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This week on JobMakers, Guest Host Jo Napolitano talks with Josh Feast, the CEO and Co-Founder of Cogito, a Boston-based software company that deploys Artificial Intelligence (AI) to help employers in a wide variety of industries improve their customer service call centers. Josh got his start creating innovative technology to improve case management for a social services agency in New Zealand, before coming to America on a Fulbright scholarship to earn an MBA at MIT Sloan. In this episode, they discuss the many applications of Artificial Intelligence, how it helps provide emotional intelligence to augment management practices at large organizations, and how to address some of the concerns about privacy and bias that have been raised around its use.
Josh Feast is the CEO and Co-Founder of Cogito, a Boston-based software company with 200 employees, that uses human-aware technology to instantly analyze hundreds of conversational behaviors. This technology provides live in-call guidance and a real-time measure of customer experience, and is currently used in the world’s most successful enterprises. Josh has more than a decade of experience as a senior executive and is regularly quoted in Forbes, Fortune, and The Wall Street Journal. He holds an MBA from the MIT Sloan School of Management where he was the Platinum-Triangle Fulbright Scholar in Entrepreneurship, and a Bachelor of Technology from Massey University in New Zealand.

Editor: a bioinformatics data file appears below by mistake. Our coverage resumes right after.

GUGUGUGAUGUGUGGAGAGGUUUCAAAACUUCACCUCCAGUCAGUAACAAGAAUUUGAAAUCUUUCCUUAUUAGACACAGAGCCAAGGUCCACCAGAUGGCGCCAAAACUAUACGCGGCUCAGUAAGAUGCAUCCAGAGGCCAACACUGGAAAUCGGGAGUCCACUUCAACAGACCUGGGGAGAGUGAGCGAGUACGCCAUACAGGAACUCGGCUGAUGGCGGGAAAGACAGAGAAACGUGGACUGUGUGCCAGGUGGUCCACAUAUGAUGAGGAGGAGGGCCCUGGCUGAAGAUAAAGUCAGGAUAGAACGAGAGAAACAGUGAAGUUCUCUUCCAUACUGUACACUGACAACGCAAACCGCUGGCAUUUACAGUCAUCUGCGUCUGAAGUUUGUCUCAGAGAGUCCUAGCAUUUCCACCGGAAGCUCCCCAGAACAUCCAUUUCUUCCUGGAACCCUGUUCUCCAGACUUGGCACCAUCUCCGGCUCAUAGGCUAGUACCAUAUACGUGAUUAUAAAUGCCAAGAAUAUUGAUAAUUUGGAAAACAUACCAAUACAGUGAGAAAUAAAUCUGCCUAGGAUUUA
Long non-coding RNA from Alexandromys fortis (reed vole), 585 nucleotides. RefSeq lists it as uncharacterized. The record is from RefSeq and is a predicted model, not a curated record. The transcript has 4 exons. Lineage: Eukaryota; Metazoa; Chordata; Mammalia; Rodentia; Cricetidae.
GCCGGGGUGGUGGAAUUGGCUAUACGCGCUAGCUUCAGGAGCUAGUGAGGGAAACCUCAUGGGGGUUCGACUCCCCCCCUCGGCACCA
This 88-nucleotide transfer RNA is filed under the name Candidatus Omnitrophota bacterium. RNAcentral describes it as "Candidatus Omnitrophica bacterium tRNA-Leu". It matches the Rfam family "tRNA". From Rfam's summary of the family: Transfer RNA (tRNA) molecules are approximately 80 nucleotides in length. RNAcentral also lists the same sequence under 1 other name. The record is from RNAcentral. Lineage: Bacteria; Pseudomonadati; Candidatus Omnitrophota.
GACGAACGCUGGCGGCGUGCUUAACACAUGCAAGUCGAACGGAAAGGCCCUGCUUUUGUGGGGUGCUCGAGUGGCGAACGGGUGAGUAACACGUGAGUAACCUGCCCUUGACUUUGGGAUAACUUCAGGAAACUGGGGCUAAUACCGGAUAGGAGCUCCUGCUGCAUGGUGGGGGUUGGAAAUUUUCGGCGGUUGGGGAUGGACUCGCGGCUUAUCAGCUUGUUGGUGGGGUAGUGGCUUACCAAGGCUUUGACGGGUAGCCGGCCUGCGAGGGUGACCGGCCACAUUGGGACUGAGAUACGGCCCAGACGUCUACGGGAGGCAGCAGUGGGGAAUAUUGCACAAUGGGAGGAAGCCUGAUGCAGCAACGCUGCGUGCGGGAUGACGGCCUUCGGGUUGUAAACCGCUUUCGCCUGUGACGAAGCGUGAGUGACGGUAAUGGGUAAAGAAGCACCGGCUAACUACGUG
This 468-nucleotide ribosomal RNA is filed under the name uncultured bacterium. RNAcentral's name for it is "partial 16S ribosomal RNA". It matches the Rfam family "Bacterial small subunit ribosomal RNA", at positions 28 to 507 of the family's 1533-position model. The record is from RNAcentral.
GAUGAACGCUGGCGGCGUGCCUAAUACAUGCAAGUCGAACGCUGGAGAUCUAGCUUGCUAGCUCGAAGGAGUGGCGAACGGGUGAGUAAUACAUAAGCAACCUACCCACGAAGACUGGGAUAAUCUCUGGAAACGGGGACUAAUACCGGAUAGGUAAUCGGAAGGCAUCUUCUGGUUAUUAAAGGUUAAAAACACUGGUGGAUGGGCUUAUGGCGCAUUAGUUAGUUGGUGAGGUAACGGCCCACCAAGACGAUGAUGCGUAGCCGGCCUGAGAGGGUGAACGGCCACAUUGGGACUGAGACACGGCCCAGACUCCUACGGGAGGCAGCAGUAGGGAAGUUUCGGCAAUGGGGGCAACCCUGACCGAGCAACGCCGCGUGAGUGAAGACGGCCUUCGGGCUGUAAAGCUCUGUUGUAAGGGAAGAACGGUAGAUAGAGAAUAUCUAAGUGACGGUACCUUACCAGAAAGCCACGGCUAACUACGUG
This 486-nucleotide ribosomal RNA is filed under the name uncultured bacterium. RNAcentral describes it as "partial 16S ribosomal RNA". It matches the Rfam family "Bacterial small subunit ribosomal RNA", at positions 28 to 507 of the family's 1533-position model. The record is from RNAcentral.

Jo Napolitano is an award-winning reporter, having investigated topics in science, education, and immigration for The New York Times, Chicago Tribune, and Newsday. Public education remains her primary focus. She first spotted the trend of public schools turning away immigrant children in 2014, when she was a senior reporter for Newsday. Months of research showed the trend was nationwide and won Napolitano a Spencer Education Fellowship to Columbia University to write her debut book, The School I Deserve: Six Young Refugees and Their Fight for Equality in America. Published by Beacon Press in 2021, the book tracks the progress of new immigrant children as they relocate from Syria and other locations to suburban and rural America. Born in Bogota, Colombia and abandoned at a bus stop days later, Napolitano spent the first months of her life in an orphanage. Adopted and raised by a single parent in New York, she went on to earn a degree from Northwestern University’s Medill School of Journalism.
“JobMakers” Host Denzil Mohammed is off this week. Contact JobMakers at firstname.lastname@example.org.
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